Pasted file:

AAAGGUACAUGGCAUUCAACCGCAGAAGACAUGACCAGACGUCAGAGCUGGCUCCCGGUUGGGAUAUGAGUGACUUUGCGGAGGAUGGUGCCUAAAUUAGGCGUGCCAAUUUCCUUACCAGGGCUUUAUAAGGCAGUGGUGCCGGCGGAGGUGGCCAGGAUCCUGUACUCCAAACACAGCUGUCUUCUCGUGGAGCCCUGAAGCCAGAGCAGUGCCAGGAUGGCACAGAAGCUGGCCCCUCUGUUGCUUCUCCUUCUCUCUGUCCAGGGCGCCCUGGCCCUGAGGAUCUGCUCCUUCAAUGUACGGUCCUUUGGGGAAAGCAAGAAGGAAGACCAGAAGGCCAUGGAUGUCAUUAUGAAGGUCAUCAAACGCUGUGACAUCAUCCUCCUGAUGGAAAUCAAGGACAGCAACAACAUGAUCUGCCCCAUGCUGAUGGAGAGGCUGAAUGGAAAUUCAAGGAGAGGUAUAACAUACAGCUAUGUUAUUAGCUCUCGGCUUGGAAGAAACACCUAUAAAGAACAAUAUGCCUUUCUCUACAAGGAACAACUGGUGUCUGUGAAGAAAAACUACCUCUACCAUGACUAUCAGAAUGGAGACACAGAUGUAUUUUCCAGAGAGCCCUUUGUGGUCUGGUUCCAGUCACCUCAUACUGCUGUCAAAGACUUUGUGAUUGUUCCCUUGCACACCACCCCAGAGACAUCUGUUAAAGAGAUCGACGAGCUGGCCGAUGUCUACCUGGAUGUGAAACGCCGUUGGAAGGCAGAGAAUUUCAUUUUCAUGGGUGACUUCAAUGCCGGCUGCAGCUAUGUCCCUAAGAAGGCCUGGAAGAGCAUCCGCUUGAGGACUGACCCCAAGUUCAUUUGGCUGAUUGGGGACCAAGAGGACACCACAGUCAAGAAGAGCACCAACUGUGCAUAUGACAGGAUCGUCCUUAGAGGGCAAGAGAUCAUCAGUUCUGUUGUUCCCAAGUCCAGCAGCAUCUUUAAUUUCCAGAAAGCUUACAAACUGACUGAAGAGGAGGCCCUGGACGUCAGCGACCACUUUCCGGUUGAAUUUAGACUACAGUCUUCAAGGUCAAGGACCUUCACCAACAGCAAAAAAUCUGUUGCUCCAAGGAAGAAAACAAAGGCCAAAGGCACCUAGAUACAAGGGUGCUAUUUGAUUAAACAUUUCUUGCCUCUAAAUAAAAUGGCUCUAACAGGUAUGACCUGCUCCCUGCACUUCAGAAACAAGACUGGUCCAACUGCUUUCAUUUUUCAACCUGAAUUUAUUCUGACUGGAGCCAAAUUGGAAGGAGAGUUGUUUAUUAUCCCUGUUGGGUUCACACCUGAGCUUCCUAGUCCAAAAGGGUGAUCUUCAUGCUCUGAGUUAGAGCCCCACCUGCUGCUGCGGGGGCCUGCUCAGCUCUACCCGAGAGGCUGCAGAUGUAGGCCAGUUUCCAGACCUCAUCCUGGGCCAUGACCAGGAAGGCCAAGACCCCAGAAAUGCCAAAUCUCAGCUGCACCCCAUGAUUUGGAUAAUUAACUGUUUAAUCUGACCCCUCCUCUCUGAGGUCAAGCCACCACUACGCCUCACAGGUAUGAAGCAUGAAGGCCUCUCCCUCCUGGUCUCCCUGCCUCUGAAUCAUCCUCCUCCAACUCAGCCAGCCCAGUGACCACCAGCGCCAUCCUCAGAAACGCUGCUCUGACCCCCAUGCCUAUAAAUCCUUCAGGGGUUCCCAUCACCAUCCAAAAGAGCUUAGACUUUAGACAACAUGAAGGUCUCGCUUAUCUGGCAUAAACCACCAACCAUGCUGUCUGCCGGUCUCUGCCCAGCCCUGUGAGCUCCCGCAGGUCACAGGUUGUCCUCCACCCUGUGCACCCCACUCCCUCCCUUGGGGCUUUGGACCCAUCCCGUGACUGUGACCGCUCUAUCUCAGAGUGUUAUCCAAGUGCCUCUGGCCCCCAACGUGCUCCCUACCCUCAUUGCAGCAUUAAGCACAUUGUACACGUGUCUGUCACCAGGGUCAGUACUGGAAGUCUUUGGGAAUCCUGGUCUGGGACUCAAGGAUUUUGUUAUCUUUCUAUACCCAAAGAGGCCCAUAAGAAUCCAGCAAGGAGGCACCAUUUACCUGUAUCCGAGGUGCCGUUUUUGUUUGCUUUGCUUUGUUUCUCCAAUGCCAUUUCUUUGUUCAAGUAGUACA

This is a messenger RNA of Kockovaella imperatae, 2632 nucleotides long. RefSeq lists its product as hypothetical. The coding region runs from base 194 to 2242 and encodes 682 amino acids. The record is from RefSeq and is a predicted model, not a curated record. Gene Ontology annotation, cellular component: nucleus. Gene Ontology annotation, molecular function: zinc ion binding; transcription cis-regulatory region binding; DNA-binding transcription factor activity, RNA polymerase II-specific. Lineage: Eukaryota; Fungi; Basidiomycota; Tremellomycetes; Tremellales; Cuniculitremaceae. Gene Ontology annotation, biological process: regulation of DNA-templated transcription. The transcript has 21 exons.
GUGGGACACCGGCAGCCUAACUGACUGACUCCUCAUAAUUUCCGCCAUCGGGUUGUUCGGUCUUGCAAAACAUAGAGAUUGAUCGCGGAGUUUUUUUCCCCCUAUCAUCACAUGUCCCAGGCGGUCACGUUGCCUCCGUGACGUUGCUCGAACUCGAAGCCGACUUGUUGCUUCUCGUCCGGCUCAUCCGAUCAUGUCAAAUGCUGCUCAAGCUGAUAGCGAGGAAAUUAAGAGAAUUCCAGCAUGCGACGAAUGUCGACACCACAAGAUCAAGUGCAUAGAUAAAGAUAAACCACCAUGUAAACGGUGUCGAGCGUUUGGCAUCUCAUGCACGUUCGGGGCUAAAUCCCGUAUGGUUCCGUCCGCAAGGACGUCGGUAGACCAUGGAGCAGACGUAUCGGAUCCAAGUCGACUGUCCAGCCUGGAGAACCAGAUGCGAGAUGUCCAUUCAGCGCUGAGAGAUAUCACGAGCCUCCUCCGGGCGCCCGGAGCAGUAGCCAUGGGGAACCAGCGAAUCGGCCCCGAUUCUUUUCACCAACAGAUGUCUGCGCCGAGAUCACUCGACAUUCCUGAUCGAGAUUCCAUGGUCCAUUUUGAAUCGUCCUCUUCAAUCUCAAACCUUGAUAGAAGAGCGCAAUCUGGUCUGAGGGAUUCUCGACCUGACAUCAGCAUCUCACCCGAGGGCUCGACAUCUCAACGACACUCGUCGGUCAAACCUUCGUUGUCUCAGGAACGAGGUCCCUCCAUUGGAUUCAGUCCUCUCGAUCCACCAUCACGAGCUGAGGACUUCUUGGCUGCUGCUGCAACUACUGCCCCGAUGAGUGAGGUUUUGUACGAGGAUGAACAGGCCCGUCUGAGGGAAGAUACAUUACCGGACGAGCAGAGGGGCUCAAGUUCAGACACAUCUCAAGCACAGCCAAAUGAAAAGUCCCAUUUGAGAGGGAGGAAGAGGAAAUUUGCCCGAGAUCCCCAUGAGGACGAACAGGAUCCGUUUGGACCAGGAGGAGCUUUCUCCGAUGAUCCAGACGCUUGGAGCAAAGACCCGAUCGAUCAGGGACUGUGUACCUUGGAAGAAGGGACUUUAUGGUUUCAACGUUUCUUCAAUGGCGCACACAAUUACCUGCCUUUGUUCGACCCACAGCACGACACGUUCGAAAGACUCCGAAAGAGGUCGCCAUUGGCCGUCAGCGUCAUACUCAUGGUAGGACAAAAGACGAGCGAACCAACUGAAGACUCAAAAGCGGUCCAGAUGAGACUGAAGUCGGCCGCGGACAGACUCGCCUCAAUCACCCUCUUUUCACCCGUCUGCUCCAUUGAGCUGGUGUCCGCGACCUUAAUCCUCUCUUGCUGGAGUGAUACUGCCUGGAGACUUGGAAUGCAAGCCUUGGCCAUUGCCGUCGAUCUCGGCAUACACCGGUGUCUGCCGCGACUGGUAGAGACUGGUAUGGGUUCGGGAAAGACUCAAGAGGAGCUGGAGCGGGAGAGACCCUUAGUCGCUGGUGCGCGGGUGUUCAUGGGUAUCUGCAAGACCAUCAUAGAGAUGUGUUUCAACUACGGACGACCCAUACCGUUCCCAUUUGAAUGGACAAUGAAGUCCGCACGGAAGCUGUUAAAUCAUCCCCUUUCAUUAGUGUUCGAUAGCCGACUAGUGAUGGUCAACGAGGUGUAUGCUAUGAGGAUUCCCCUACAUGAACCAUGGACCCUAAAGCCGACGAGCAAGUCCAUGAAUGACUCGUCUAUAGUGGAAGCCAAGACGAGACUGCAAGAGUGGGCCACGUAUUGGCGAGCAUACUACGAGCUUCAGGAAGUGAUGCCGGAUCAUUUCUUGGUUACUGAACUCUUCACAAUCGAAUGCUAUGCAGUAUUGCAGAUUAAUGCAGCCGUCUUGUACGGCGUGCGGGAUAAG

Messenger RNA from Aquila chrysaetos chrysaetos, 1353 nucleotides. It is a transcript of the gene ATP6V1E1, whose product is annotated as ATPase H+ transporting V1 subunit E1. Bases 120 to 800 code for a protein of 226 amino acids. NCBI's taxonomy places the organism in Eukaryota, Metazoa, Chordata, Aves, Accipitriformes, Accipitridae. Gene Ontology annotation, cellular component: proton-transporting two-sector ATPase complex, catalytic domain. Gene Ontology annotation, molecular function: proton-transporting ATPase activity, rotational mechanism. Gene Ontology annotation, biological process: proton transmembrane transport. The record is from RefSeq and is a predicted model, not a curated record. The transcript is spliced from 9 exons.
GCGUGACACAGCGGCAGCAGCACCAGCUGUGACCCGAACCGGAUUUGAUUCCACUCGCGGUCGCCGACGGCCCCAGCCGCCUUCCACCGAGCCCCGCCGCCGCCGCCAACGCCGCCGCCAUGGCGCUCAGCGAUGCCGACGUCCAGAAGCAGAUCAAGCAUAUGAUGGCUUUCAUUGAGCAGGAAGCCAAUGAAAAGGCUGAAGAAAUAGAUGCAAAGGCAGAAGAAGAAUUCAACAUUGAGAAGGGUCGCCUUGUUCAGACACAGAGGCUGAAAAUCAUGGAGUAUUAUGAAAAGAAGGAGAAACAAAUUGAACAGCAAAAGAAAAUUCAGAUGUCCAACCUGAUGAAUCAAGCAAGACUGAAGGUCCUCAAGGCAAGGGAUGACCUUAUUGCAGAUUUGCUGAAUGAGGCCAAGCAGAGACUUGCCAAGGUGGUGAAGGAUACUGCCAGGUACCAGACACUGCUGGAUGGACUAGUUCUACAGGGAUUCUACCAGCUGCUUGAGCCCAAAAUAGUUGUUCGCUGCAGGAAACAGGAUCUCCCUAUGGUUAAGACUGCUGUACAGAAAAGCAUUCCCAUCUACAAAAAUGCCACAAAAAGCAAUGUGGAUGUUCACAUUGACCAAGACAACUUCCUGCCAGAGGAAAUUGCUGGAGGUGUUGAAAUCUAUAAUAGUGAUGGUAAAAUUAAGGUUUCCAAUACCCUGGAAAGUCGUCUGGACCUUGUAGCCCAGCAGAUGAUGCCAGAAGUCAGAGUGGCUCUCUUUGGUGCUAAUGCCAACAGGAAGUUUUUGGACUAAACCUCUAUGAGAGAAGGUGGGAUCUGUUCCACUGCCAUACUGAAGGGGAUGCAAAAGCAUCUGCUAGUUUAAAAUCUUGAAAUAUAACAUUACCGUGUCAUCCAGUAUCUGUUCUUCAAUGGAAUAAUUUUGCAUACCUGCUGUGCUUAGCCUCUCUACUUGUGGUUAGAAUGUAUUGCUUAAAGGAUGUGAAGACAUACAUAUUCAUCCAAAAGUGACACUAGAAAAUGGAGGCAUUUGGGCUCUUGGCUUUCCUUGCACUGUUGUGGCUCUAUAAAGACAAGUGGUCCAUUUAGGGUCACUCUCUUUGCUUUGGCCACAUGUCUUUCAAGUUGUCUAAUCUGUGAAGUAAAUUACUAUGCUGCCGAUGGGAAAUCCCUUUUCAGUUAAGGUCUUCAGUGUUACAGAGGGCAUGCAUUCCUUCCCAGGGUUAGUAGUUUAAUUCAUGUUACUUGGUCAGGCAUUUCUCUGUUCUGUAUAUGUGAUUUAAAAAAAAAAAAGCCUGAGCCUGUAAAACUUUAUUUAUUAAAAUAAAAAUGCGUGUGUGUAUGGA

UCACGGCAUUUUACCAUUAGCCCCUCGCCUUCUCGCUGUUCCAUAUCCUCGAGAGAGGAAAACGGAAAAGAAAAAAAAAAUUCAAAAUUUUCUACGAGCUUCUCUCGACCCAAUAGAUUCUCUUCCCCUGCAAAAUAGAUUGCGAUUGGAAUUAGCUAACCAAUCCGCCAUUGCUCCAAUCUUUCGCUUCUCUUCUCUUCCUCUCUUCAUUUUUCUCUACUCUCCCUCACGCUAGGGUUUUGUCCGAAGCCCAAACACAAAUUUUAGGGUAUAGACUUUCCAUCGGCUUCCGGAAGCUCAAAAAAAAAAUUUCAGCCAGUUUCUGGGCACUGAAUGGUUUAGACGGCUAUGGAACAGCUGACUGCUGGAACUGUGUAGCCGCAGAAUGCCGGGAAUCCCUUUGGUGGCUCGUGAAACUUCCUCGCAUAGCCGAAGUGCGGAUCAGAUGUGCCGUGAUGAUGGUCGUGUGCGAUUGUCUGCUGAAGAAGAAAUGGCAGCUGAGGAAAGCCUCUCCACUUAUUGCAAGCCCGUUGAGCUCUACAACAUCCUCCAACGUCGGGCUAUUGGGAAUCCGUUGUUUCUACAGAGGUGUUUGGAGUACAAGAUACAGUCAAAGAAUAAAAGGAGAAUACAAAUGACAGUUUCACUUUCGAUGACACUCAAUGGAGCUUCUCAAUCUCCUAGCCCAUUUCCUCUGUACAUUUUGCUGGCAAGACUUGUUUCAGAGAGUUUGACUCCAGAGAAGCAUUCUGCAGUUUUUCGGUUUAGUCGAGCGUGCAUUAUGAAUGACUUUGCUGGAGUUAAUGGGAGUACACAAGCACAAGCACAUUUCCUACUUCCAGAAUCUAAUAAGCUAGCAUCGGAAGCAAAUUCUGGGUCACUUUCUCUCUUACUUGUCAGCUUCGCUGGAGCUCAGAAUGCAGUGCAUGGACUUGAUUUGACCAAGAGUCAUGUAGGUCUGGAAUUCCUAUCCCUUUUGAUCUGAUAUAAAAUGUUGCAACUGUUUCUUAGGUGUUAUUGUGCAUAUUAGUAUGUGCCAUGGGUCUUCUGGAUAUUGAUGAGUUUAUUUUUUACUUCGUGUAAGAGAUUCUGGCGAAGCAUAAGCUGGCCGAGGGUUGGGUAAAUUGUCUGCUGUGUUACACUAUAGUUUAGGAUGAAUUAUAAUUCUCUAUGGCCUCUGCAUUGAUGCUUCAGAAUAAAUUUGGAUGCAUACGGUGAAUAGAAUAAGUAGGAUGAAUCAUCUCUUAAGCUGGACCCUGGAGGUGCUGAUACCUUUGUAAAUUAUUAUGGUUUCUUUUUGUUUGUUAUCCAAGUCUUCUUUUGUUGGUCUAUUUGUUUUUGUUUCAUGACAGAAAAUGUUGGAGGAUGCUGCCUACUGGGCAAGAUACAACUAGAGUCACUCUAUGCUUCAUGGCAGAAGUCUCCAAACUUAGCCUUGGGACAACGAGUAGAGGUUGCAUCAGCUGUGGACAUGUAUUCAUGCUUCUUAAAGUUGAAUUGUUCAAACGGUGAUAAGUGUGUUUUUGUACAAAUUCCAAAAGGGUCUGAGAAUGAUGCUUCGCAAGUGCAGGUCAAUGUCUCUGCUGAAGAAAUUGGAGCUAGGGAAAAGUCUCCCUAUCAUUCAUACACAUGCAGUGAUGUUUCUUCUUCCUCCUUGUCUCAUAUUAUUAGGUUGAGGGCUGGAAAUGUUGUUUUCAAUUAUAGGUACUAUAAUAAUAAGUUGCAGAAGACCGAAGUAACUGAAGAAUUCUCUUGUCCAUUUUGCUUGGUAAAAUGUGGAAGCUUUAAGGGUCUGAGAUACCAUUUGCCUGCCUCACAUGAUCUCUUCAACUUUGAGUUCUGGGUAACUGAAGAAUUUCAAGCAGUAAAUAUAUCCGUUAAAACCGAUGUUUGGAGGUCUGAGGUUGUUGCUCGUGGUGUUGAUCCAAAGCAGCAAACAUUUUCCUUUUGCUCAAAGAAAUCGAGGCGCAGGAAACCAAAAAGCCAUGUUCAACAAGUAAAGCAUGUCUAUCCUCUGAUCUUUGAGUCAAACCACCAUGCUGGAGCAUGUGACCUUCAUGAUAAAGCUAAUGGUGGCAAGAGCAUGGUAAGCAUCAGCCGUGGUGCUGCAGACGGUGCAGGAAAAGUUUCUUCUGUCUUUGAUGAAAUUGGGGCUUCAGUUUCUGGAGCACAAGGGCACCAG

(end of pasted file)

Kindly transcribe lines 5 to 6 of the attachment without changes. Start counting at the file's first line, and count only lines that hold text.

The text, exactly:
GCGUGACACAGCGGCAGCAGCACCAGCUGUGACCCGAACCGGAUUUGAUUCCACUCGCGGUCGCCGACGGCCCCAGCCGCCUUCCACCGAGCCCCGCCGCCGCCGCCAACGCCGCCGCCAUGGCGCUCAGCGAUGCCGACGUCCAGAAGCAGAUCAAGCAUAUGAUGGCUUUCAUUGAGCAGGAAGCCAAUGAAAAGGCUGAAGAAAUAGAUGCAAAGGCAGAAGAAGAAUUCAACAUUGAGAAGGGUCGCCUUGUUCAGACACAGAGGCUGAAAAUCAUGGAGUAUUAUGAAAAGAAGGAGAAACAAAUUGAACAGCAAAAGAAAAUUCAGAUGUCCAACCUGAUGAAUCAAGCAAGACUGAAGGUCCUCAAGGCAAGGGAUGACCUUAUUGCAGAUUUGCUGAAUGAGGCCAAGCAGAGACUUGCCAAGGUGGUGAAGGAUACUGCCAGGUACCAGACACUGCUGGAUGGACUAGUUCUACAGGGAUUCUACCAGCUGCUUGAGCCCAAAAUAGUUGUUCGCUGCAGGAAACAGGAUCUCCCUAUGGUUAAGACUGCUGUACAGAAAAGCAUUCCCAUCUACAAAAAUGCCACAAAAAGCAAUGUGGAUGUUCACAUUGACCAAGACAACUUCCUGCCAGAGGAAAUUGCUGGAGGUGUUGAAAUCUAUAAUAGUGAUGGUAAAAUUAAGGUUUCCAAUACCCUGGAAAGUCGUCUGGACCUUGUAGCCCAGCAGAUGAUGCCAGAAGUCAGAGUGGCUCUCUUUGGUGCUAAUGCCAACAGGAAGUUUUUGGACUAAACCUCUAUGAGAGAAGGUGGGAUCUGUUCCACUGCCAUACUGAAGGGGAUGCAAAAGCAUCUGCUAGUUUAAAAUCUUGAAAUAUAACAUUACCGUGUCAUCCAGUAUCUGUUCUUCAAUGGAAUAAUUUUGCAUACCUGCUGUGCUUAGCCUCUCUACUUGUGGUUAGAAUGUAUUGCUUAAAGGAUGUGAAGACAUACAUAUUCAUCCAAAAGUGACACUAGAAAAUGGAGGCAUUUGGGCUCUUGGCUUUCCUUGCACUGUUGUGGCUCUAUAAAGACAAGUGGUCCAUUUAGGGUCACUCUCUUUGCUUUGGCCACAUGUCUUUCAAGUUGUCUAAUCUGUGAAGUAAAUUACUAUGCUGCCGAUGGGAAAUCCCUUUUCAGUUAAGGUCUUCAGUGUUACAGAGGGCAUGCAUUCCUUCCCAGGGUUAGUAGUUUAAUUCAUGUUACUUGGUCAGGCAUUUCUCUGUUCUGUAUAUGUGAUUUAAAAAAAAAAAAGCCUGAGCCUGUAAAACUUUAUUUAUUAAAAUAAAAAUGCGUGUGUGUAUGGA

UCACGGCAUUUUACCAUUAGCCCCUCGCCUUCUCGCUGUUCCAUAUCCUCGAGAGAGGAAAACGGAAAAGAAAAAAAAAAUUCAAAAUUUUCUACGAGCUUCUCUCGACCCAAUAGAUUCUCUUCCCCUGCAAAAUAGAUUGCGAUUGGAAUUAGCUAACCAAUCCGCCAUUGCUCCAAUCUUUCGCUUCUCUUCUCUUCCUCUCUUCAUUUUUCUCUACUCUCCCUCACGCUAGGGUUUUGUCCGAAGCCCAAACACAAAUUUUAGGGUAUAGACUUUCCAUCGGCUUCCGGAAGCUCAAAAAAAAAAUUUCAGCCAGUUUCUGGGCACUGAAUGGUUUAGACGGCUAUGGAACAGCUGACUGCUGGAACUGUGUAGCCGCAGAAUGCCGGGAAUCCCUUUGGUGGCUCGUGAAACUUCCUCGCAUAGCCGAAGUGCGGAUCAGAUGUGCCGUGAUGAUGGUCGUGUGCGAUUGUCUGCUGAAGAAGAAAUGGCAGCUGAGGAAAGCCUCUCCACUUAUUGCAAGCCCGUUGAGCUCUACAACAUCCUCCAACGUCGGGCUAUUGGGAAUCCGUUGUUUCUACAGAGGUGUUUGGAGUACAAGAUACAGUCAAAGAAUAAAAGGAGAAUACAAAUGACAGUUUCACUUUCGAUGACACUCAAUGGAGCUUCUCAAUCUCCUAGCCCAUUUCCUCUGUACAUUUUGCUGGCAAGACUUGUUUCAGAGAGUUUGACUCCAGAGAAGCAUUCUGCAGUUUUUCGGUUUAGUCGAGCGUGCAUUAUGAAUGACUUUGCUGGAGUUAAUGGGAGUACACAAGCACAAGCACAUUUCCUACUUCCAGAAUCUAAUAAGCUAGCAUCGGAAGCAAAUUCUGGGUCACUUUCUCUCUUACUUGUCAGCUUCGCUGGAGCUCAGAAUGCAGUGCAUGGACUUGAUUUGACCAAGAGUCAUGUAGGUCUGGAAUUCCUAUCCCUUUUGAUCUGAUAUAAAAUGUUGCAACUGUUUCUUAGGUGUUAUUGUGCAUAUUAGUAUGUGCCAUGGGUCUUCUGGAUAUUGAUGAGUUUAUUUUUUACUUCGUGUAAGAGAUUCUGGCGAAGCAUAAGCUGGCCGAGGGUUGGGUAAAUUGUCUGCUGUGUUACACUAUAGUUUAGGAUGAAUUAUAAUUCUCUAUGGCCUCUGCAUUGAUGCUUCAGAAUAAAUUUGGAUGCAUACGGUGAAUAGAAUAAGUAGGAUGAAUCAUCUCUUAAGCUGGACCCUGGAGGUGCUGAUACCUUUGUAAAUUAUUAUGGUUUCUUUUUGUUUGUUAUCCAAGUCUUCUUUUGUUGGUCUAUUUGUUUUUGUUUCAUGACAGAAAAUGUUGGAGGAUGCUGCCUACUGGGCAAGAUACAACUAGAGUCACUCUAUGCUUCAUGGCAGAAGUCUCCAAACUUAGCCUUGGGACAACGAGUAGAGGUUGCAUCAGCUGUGGACAUGUAUUCAUGCUUCUUAAAGUUGAAUUGUUCAAACGGUGAUAAGUGUGUUUUUGUACAAAUUCCAAAAGGGUCUGAGAAUGAUGCUUCGCAAGUGCAGGUCAAUGUCUCUGCUGAAGAAAUUGGAGCUAGGGAAAAGUCUCCCUAUCAUUCAUACACAUGCAGUGAUGUUUCUUCUUCCUCCUUGUCUCAUAUUAUUAGGUUGAGGGCUGGAAAUGUUGUUUUCAAUUAUAGGUACUAUAAUAAUAAGUUGCAGAAGACCGAAGUAACUGAAGAAUUCUCUUGUCCAUUUUGCUUGGUAAAAUGUGGAAGCUUUAAGGGUCUGAGAUACCAUUUGCCUGCCUCACAUGAUCUCUUCAACUUUGAGUUCUGGGUAACUGAAGAAUUUCAAGCAGUAAAUAUAUCCGUUAAAACCGAUGUUUGGAGGUCUGAGGUUGUUGCUCGUGGUGUUGAUCCAAAGCAGCAAACAUUUUCCUUUUGCUCAAAGAAAUCGAGGCGCAGGAAACCAAAAAGCCAUGUUCAACAAGUAAAGCAUGUCUAUCCUCUGAUCUUUGAGUCAAACCACCAUGCUGGAGCAUGUGACCUUCAUGAUAAAGCUAAUGGUGGCAAGAGCAUGGUAAGCAUCAGCCGUGGUGCUGCAGACGGUGCAGGAAAAGUUUCUUCUGUCUUUGAUGAAAUUGGGGCUUCAGUUUCUGGAGCACAAGGGCACCAG